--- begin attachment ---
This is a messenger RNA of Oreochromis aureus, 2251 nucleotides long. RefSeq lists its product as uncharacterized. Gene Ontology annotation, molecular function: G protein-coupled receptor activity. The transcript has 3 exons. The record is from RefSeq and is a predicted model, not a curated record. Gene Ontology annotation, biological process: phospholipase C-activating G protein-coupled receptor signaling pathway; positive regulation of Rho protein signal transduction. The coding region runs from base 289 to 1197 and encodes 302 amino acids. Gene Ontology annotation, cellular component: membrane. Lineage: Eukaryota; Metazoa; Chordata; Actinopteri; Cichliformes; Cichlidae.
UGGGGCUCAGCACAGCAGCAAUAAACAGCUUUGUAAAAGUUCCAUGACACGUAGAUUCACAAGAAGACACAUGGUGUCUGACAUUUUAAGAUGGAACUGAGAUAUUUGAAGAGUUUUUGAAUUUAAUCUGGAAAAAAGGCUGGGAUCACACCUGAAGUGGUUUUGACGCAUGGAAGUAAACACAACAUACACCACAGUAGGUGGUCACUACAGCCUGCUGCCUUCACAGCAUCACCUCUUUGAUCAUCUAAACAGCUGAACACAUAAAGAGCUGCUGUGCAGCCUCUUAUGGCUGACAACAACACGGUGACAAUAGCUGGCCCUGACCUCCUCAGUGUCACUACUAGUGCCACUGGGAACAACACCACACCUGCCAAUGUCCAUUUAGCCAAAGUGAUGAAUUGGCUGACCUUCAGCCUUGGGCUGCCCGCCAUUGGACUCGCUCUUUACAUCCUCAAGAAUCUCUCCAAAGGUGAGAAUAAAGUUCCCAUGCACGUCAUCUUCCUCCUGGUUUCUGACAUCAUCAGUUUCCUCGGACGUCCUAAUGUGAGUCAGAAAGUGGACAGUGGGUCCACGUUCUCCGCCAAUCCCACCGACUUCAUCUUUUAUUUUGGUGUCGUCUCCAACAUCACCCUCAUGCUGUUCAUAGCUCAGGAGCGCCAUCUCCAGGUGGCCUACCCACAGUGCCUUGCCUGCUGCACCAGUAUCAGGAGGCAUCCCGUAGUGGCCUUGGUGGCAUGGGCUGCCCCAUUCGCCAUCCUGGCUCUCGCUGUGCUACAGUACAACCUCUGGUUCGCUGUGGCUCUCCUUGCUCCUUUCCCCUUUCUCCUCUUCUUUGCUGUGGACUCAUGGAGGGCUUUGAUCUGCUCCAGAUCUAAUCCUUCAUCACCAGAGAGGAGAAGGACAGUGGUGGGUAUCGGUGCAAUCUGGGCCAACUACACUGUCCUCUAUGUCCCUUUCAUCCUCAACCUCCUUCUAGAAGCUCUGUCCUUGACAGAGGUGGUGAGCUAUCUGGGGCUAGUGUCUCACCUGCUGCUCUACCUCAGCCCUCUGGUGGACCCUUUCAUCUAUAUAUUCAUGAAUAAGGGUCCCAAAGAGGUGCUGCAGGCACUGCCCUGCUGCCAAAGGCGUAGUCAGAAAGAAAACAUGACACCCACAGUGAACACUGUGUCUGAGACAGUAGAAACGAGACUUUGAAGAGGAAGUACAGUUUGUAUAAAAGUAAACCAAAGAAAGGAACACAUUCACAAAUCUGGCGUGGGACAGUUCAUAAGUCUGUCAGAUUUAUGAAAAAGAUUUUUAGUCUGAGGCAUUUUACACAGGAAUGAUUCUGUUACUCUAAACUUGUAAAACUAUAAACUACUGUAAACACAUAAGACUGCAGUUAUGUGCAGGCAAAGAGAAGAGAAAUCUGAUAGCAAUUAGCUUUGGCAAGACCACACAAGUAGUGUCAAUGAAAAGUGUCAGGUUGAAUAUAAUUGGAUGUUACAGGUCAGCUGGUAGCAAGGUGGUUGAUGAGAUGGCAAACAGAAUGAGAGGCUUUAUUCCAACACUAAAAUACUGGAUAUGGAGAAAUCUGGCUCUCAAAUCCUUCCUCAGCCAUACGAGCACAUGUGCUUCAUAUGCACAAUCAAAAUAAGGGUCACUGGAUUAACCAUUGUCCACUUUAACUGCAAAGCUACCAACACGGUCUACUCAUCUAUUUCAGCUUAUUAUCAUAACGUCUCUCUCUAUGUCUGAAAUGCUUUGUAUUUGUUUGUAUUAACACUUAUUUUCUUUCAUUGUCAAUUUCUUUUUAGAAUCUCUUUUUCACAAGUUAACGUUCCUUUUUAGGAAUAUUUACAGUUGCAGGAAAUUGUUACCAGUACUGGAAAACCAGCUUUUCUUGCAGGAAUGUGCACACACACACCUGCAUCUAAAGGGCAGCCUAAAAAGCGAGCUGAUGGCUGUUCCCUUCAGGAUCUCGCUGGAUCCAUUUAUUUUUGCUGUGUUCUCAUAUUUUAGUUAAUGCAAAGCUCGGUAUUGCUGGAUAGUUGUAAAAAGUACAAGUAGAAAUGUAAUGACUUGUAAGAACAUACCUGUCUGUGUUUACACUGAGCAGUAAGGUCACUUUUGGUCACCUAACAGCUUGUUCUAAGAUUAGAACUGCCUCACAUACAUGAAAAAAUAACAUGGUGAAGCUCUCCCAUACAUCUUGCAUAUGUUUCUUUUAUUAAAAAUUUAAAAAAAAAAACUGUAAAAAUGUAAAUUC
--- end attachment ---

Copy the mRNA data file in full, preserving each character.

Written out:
This is a messenger RNA of Oreochromis aureus, 2251 nucleotides long. RefSeq lists its product as uncharacterized. Gene Ontology annotation, molecular function: G protein-coupled receptor activity. The transcript has 3 exons. The record is from RefSeq and is a predicted model, not a curated record. Gene Ontology annotation, biological process: phospholipase C-activating G protein-coupled receptor signaling pathway; positive regulation of Rho protein signal transduction. The coding region runs from base 289 to 1197 and encodes 302 amino acids. Gene Ontology annotation, cellular component: membrane. Lineage: Eukaryota; Metazoa; Chordata; Actinopteri; Cichliformes; Cichlidae.
UGGGGCUCAGCACAGCAGCAAUAAACAGCUUUGUAAAAGUUCCAUGACACGUAGAUUCACAAGAAGACACAUGGUGUCUGACAUUUUAAGAUGGAACUGAGAUAUUUGAAGAGUUUUUGAAUUUAAUCUGGAAAAAAGGCUGGGAUCACACCUGAAGUGGUUUUGACGCAUGGAAGUAAACACAACAUACACCACAGUAGGUGGUCACUACAGCCUGCUGCCUUCACAGCAUCACCUCUUUGAUCAUCUAAACAGCUGAACACAUAAAGAGCUGCUGUGCAGCCUCUUAUGGCUGACAACAACACGGUGACAAUAGCUGGCCCUGACCUCCUCAGUGUCACUACUAGUGCCACUGGGAACAACACCACACCUGCCAAUGUCCAUUUAGCCAAAGUGAUGAAUUGGCUGACCUUCAGCCUUGGGCUGCCCGCCAUUGGACUCGCUCUUUACAUCCUCAAGAAUCUCUCCAAAGGUGAGAAUAAAGUUCCCAUGCACGUCAUCUUCCUCCUGGUUUCUGACAUCAUCAGUUUCCUCGGACGUCCUAAUGUGAGUCAGAAAGUGGACAGUGGGUCCACGUUCUCCGCCAAUCCCACCGACUUCAUCUUUUAUUUUGGUGUCGUCUCCAACAUCACCCUCAUGCUGUUCAUAGCUCAGGAGCGCCAUCUCCAGGUGGCCUACCCACAGUGCCUUGCCUGCUGCACCAGUAUCAGGAGGCAUCCCGUAGUGGCCUUGGUGGCAUGGGCUGCCCCAUUCGCCAUCCUGGCUCUCGCUGUGCUACAGUACAACCUCUGGUUCGCUGUGGCUCUCCUUGCUCCUUUCCCCUUUCUCCUCUUCUUUGCUGUGGACUCAUGGAGGGCUUUGAUCUGCUCCAGAUCUAAUCCUUCAUCACCAGAGAGGAGAAGGACAGUGGUGGGUAUCGGUGCAAUCUGGGCCAACUACACUGUCCUCUAUGUCCCUUUCAUCCUCAACCUCCUUCUAGAAGCUCUGUCCUUGACAGAGGUGGUGAGCUAUCUGGGGCUAGUGUCUCACCUGCUGCUCUACCUCAGCCCUCUGGUGGACCCUUUCAUCUAUAUAUUCAUGAAUAAGGGUCCCAAAGAGGUGCUGCAGGCACUGCCCUGCUGCCAAAGGCGUAGUCAGAAAGAAAACAUGACACCCACAGUGAACACUGUGUCUGAGACAGUAGAAACGAGACUUUGAAGAGGAAGUACAGUUUGUAUAAAAGUAAACCAAAGAAAGGAACACAUUCACAAAUCUGGCGUGGGACAGUUCAUAAGUCUGUCAGAUUUAUGAAAAAGAUUUUUAGUCUGAGGCAUUUUACACAGGAAUGAUUCUGUUACUCUAAACUUGUAAAACUAUAAACUACUGUAAACACAUAAGACUGCAGUUAUGUGCAGGCAAAGAGAAGAGAAAUCUGAUAGCAAUUAGCUUUGGCAAGACCACACAAGUAGUGUCAAUGAAAAGUGUCAGGUUGAAUAUAAUUGGAUGUUACAGGUCAGCUGGUAGCAAGGUGGUUGAUGAGAUGGCAAACAGAAUGAGAGGCUUUAUUCCAACACUAAAAUACUGGAUAUGGAGAAAUCUGGCUCUCAAAUCCUUCCUCAGCCAUACGAGCACAUGUGCUUCAUAUGCACAAUCAAAAUAAGGGUCACUGGAUUAACCAUUGUCCACUUUAACUGCAAAGCUACCAACACGGUCUACUCAUCUAUUUCAGCUUAUUAUCAUAACGUCUCUCUCUAUGUCUGAAAUGCUUUGUAUUUGUUUGUAUUAACACUUAUUUUCUUUCAUUGUCAAUUUCUUUUUAGAAUCUCUUUUUCACAAGUUAACGUUCCUUUUUAGGAAUAUUUACAGUUGCAGGAAAUUGUUACCAGUACUGGAAAACCAGCUUUUCUUGCAGGAAUGUGCACACACACACCUGCAUCUAAAGGGCAGCCUAAAAAGCGAGCUGAUGGCUGUUCCCUUCAGGAUCUCGCUGGAUCCAUUUAUUUUUGCUGUGUUCUCAUAUUUUAGUUAAUGCAAAGCUCGGUAUUGCUGGAUAGUUGUAAAAAGUACAAGUAGAAAUGUAAUGACUUGUAAGAACAUACCUGUCUGUGUUUACACUGAGCAGUAAGGUCACUUUUGGUCACCUAACAGCUUGUUCUAAGAUUAGAACUGCCUCACAUACAUGAAAAAAUAACAUGGUGAAGCUCUCCCAUACAUCUUGCAUAUGUUUCUUUUAUUAAAAAUUUAAAAAAAAAAACUGUAAAAAUGUAAAUUC